Believe me now, by comparison, at least both of the London venues have at the very least given it a bloody good try!

Personal logo 4th Cuirassier Supporting Member of TMP16 Nov 2018 2:53 a.m. PST

I would agree that it is a good idea to rethink these places over time to maintain footfall. The RAF Museum, for example, has always struck me as collection of sheds of stuff.

The worthy objective of keeping places interesting doesn't mean that anything goes, however. I have no doubt that if, say, the Dachau museum were re-curated to say it was actually a holiday camp for climate change deniers, and if it were made over as a theme park with greasy food and rides, its footfall would go up no end.

The danger with rearranging museums to pander to modern bien pensant sensibilities is that you end up at best with something you'll have keep changing, like the past in Nineteen Eighty-Four. At worst you risk spreading untruths, probably by omission.

For instance, I bet the IWM makeover has a big theme about women in war. It would have to (I went a few years ago and found it so disappointing I can't remember what was there, other than very few tanks). What it probably won't have, a propos of women in war, is anything about their white feather campaign, or about this kind of shameful nonsense

picture

The IWM probably dwells quite a bit on the home front, I would think: plucky workers in the factories, all that guff. What it will certainly fail to mention is things like the unionised steel workers who went on strike over ginger beer in WW1 or the munitions factory unions who likewise held the state to ransom.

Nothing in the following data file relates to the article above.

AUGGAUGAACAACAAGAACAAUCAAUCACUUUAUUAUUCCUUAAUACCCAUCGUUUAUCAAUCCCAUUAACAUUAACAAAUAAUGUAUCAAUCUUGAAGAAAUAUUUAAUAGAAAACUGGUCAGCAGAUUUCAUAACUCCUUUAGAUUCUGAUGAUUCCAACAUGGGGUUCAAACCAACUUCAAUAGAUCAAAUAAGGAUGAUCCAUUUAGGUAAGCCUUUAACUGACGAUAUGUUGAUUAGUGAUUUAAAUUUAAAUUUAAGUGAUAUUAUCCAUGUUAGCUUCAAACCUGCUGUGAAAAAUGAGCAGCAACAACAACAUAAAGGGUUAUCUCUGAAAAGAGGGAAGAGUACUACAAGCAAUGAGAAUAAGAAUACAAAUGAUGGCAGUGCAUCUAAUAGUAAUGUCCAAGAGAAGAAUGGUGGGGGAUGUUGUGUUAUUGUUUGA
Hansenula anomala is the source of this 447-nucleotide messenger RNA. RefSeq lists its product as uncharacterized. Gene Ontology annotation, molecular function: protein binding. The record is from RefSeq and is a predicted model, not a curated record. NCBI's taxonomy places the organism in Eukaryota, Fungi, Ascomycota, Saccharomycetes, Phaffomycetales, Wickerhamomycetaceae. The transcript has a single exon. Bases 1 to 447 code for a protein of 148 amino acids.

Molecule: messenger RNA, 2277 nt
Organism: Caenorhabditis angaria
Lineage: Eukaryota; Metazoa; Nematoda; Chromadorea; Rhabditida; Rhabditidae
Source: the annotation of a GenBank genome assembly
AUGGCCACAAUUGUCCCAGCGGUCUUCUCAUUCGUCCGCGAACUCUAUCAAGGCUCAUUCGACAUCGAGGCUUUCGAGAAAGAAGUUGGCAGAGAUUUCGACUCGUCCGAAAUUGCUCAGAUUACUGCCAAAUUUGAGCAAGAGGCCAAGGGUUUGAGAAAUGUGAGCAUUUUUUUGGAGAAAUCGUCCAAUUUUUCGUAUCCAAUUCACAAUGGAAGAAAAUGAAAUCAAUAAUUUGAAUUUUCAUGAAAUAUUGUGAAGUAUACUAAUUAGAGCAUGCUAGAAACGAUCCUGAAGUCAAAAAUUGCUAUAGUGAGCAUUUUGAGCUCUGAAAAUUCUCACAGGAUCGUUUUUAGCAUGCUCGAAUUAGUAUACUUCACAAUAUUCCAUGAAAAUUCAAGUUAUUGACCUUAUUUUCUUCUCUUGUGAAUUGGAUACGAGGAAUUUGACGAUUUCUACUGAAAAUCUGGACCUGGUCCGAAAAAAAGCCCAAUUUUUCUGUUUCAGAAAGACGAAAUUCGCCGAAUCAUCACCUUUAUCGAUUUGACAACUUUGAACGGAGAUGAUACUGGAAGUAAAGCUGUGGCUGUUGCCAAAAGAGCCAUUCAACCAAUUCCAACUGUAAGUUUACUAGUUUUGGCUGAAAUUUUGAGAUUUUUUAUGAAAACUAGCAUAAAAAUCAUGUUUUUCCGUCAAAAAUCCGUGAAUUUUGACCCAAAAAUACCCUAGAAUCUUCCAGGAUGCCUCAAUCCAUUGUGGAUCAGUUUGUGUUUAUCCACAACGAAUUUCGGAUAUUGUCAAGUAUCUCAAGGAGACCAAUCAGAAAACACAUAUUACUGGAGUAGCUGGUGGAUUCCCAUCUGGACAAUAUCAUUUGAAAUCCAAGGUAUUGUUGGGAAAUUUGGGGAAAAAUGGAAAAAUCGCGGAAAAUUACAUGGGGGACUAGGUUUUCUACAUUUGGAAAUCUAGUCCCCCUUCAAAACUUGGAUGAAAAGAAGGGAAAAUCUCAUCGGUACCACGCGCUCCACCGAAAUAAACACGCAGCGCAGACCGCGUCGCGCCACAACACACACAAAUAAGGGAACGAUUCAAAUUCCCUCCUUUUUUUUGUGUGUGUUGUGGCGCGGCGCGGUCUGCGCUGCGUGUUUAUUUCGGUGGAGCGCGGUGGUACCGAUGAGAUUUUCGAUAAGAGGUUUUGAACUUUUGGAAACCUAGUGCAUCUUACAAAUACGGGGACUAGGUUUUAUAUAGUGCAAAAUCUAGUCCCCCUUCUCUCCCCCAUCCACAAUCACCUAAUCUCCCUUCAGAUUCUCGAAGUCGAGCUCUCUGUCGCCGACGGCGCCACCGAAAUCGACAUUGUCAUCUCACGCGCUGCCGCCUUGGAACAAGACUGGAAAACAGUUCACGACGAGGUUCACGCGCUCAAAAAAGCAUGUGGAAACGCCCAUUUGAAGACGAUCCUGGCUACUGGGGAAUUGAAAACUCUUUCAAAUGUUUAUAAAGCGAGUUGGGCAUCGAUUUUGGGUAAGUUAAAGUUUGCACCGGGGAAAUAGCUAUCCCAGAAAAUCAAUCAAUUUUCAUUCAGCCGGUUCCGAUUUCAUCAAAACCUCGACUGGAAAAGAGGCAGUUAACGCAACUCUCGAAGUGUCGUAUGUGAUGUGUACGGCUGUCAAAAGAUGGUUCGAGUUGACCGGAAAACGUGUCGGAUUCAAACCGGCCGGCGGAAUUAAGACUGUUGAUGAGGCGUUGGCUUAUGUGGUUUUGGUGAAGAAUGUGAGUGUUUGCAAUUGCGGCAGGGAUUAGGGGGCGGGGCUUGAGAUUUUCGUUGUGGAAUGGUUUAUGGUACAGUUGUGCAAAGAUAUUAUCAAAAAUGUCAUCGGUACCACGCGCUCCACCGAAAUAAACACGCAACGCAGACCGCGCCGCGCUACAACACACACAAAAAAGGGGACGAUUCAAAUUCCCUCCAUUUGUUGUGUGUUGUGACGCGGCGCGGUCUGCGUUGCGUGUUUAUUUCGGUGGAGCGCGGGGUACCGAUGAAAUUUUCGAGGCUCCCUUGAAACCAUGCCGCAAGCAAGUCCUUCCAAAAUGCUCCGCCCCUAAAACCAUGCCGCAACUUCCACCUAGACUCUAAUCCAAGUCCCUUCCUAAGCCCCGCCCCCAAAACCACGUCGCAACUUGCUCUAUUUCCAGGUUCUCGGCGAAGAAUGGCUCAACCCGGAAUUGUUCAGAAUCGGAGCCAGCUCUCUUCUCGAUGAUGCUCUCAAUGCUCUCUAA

link

We can all come up with alternative curations of museums that would pander to some latter-day prejudice. When it gets as far out of hand as the IWM, which seems to have lost interest in exhibits and prefers lectures, you're not really at a war museum any more. You're at a museum of early 21st century public-sector dogma, where you can discern the political leanings of the management board by what they think you don't need to see.

Not only is this not interesting (you can see it anywhere), it means they are starting to converge on another as identical blobs that are all uniformly about bad white men and heroic women. Whether you go to the IWM, the People's History Museum or the Museum of Paperclips, you'll have the same "experience".

These days I have much more time for museums like the Tank Museum and the Shuttleworth Collection, where the exhibits are kept in operating condition and are fetched out to operate. For me, WW2 is brought to life a lot more by the sound of a Merlin engine overhead than by a lot of pious guff about Rosie the Riveter.

Personal logo deadhead Supporting Member of TMP16 Nov 2018 4:30 a.m. PST

I think it is one of he many strengths of this forum that a simple posting about a trip to Paris can develop like this. That is what conversation is about.

My wife thought the NAM was a massive improvement on what I dragged her around years ago. I can totally see her point about appealing to the younger probably less obsessional and enthusiastic. Any TV quiz programme tells you that knowledge of history is almost non existent amongst the under 30s.

Trajanus is right. Museums need income and footfall….to survive. If they have to compromise to bring in the school parties, if the gift and the coffee shops have more floor space than the exhibits (as at NAM), that is the price we must pay.

Never yet been to the Waterloo Museum (I mean the one under the ridge top at Mt St Jean). Not sure I approve of the Hanoverian skeleton on display, but I feel a fourth trip to the field coming on…

Trajanus16 Nov 2018 6:38 a.m. PST

Well yes the the RAF Museum can be seen as a collection of stuff. Although its stuff that propeller heads drool over. That said, the 2018 version is a much improved product over its earlier incarnations.